First, a definition of Personal Branding: Personal branding is the intentional effort to create and influence public perception of an individual by positioning them as an authority in their industry, elevating their credibility, and differentiating themselves from the competition, to ultimately advance their career, increase their circle of influence and have a larger impact.
Was it intentional: Not initially, but as it started happening more, he became very intentional
What attributed to his brand: He's the same no matter where you find him. 100% genuine, all the time.
Additional thoughts: Eric often says "Don't be afraid to put yourself out there. A strong personal brand can do amazing things for your career." And he also tells people to find him on Twitter and LinkedIn.
In summary - what's involved in a strong personal brand? EVERYTHING. Image, actions, tone. Authenticity matters - be your whole self all the time.
How I Manage Relationships with Bipolar Disorder - presented by Katie Villanueva
Katie started off by informing her audience that 10 million people are impacted by Bipolar Disorder. Chances are you know someone who is - but more than likely you don't know they are affected by it, because people don't talk about it. Katie's on a mission to change that and end the stigma around mental illness.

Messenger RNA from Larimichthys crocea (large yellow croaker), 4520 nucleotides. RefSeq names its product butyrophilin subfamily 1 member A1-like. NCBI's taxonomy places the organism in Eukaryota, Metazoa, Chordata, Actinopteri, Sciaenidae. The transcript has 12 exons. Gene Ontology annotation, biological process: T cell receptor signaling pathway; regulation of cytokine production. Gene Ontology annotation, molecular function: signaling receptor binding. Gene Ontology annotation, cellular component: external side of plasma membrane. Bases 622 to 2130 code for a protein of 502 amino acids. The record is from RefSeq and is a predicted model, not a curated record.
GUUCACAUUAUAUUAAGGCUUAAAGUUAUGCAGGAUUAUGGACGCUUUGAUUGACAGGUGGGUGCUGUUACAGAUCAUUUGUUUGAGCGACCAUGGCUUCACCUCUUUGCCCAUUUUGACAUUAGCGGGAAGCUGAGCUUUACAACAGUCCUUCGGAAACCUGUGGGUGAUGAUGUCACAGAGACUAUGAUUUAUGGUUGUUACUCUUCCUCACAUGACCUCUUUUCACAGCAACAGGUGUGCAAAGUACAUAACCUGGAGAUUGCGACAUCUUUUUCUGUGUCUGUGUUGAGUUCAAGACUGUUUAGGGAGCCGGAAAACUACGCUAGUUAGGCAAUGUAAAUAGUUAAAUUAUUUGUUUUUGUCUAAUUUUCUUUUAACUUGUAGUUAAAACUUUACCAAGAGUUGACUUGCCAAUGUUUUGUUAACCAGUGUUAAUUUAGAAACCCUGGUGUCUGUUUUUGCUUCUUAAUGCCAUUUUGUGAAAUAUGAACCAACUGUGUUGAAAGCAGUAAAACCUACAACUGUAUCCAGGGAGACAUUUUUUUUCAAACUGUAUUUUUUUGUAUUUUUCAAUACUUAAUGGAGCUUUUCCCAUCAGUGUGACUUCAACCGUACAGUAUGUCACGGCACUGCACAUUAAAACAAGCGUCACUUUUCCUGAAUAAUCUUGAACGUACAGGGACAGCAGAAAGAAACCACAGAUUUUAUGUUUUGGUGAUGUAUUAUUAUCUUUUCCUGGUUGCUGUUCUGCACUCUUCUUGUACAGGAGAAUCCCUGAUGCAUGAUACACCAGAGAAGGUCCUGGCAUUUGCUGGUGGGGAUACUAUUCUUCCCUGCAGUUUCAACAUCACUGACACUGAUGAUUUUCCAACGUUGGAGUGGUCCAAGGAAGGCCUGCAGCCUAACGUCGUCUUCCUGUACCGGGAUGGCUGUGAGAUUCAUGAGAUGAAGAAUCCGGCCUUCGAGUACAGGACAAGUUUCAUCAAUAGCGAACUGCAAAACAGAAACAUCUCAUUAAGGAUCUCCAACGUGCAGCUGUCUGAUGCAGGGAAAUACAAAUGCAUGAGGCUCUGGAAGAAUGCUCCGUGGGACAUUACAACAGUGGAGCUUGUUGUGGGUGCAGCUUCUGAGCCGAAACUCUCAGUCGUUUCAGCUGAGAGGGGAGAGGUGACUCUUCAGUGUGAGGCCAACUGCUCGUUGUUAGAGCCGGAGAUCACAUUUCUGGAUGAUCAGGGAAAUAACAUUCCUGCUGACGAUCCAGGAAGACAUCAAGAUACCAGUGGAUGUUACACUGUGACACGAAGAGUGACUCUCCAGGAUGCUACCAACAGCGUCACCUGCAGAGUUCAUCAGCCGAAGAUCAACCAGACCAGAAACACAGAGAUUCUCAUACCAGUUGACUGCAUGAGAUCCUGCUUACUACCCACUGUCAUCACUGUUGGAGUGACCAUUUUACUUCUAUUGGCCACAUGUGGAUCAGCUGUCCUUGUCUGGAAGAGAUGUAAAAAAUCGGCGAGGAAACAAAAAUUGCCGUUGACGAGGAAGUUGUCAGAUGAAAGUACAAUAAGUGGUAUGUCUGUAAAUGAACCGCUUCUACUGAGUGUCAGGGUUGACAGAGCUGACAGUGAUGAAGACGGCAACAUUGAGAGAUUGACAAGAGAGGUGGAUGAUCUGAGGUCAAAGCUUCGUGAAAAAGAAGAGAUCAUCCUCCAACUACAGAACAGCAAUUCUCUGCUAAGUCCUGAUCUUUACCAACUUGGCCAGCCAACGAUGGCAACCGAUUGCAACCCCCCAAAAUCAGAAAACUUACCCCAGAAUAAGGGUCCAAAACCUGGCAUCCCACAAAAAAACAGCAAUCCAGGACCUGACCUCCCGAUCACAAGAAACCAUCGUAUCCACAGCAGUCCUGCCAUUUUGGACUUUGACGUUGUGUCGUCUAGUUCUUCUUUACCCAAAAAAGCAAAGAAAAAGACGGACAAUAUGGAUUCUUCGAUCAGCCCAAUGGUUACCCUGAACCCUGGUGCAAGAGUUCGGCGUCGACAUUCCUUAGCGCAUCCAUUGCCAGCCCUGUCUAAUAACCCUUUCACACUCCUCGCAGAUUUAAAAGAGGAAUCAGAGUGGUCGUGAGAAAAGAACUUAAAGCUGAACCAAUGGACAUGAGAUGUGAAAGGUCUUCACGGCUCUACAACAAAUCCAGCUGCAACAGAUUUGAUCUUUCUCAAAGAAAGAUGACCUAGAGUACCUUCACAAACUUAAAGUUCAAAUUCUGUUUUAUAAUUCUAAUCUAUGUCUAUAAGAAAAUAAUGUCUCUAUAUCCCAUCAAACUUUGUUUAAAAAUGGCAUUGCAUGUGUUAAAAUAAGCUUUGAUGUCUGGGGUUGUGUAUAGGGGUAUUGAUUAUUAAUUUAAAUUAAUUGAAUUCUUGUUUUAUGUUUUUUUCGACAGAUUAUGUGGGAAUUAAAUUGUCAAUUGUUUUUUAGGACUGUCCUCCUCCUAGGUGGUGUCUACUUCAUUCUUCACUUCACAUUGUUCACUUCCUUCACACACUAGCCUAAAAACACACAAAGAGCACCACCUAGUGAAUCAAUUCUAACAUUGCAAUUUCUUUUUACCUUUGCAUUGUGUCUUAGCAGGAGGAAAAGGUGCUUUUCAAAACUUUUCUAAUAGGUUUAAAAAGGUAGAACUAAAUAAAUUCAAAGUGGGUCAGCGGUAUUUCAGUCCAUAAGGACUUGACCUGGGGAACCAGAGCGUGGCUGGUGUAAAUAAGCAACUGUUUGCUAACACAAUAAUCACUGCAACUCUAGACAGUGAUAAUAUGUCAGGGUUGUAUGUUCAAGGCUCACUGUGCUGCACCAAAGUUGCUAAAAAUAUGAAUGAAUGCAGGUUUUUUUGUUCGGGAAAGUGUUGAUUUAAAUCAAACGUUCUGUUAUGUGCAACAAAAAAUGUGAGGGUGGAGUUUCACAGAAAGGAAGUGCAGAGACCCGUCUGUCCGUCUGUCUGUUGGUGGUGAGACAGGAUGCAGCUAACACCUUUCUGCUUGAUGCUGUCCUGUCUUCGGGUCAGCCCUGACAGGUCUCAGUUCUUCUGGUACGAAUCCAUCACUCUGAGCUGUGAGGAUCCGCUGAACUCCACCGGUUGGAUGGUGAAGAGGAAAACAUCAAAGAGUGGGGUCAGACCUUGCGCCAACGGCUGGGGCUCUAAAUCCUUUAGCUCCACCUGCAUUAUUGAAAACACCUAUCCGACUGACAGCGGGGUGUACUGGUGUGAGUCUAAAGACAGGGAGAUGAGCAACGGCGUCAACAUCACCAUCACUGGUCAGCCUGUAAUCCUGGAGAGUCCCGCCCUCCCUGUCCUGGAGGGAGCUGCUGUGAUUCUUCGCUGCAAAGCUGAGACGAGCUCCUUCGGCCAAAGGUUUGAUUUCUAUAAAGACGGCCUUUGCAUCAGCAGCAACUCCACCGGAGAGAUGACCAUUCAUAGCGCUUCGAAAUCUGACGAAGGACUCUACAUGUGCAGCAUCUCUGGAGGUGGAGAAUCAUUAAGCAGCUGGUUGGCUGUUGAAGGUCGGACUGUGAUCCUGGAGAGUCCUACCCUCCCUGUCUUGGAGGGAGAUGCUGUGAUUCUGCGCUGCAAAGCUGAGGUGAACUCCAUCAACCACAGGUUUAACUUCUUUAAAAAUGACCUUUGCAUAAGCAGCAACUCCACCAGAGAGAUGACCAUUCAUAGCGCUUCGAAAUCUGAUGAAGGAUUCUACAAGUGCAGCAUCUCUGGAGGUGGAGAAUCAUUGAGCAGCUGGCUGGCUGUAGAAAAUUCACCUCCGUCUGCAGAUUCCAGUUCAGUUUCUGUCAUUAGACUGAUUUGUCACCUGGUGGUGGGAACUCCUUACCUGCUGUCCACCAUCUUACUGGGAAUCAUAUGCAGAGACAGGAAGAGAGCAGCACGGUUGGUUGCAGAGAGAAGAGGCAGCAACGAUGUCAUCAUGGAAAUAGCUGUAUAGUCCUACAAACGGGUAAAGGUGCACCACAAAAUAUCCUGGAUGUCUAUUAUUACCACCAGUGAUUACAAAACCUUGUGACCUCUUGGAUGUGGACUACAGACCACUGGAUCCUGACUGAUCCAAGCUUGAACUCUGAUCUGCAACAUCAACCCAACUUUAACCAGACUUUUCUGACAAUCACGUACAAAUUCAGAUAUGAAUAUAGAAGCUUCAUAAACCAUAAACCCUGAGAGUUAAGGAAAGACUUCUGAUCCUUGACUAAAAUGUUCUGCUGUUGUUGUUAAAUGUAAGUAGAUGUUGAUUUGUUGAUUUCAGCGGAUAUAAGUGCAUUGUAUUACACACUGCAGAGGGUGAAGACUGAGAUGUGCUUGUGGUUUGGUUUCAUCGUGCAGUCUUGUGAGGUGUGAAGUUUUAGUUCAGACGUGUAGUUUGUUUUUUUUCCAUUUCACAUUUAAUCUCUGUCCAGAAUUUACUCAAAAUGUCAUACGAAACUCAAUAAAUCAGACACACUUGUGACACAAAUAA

She describes her bipolar as feeling like her head and her heart are in a pinball machine. Wow. I played a lot of pinball in my youth - that sure puts Bipolar Disorder into perspective for me.
There are 3 types of Bipolar Disorder:
Bipolar I - primarily displays as being in a manic state
Bipolar II - primarily displays as being in a state of depression, feeling overly excited and highly irritable
Cyclothymia - causes emotional ups and downs, but not as extreme as bipolar I or II.
But wait! Katie tells us that there's more:
PTSD - Post Traumatic Stress Disorder
Anxiety - feeling worried all the time
Hypomania - feeling fantastic
Anger - always mad
For her, overwhelming wasn't even a big enough word to describe things. She started cutting herself, was drinking to excess and found herself in the hospital. She had considered suicide, but decided she had to start respecting herself, that she was worth saving. She made a conscious choice to build her life up - clean eating, yoga, proper breathing.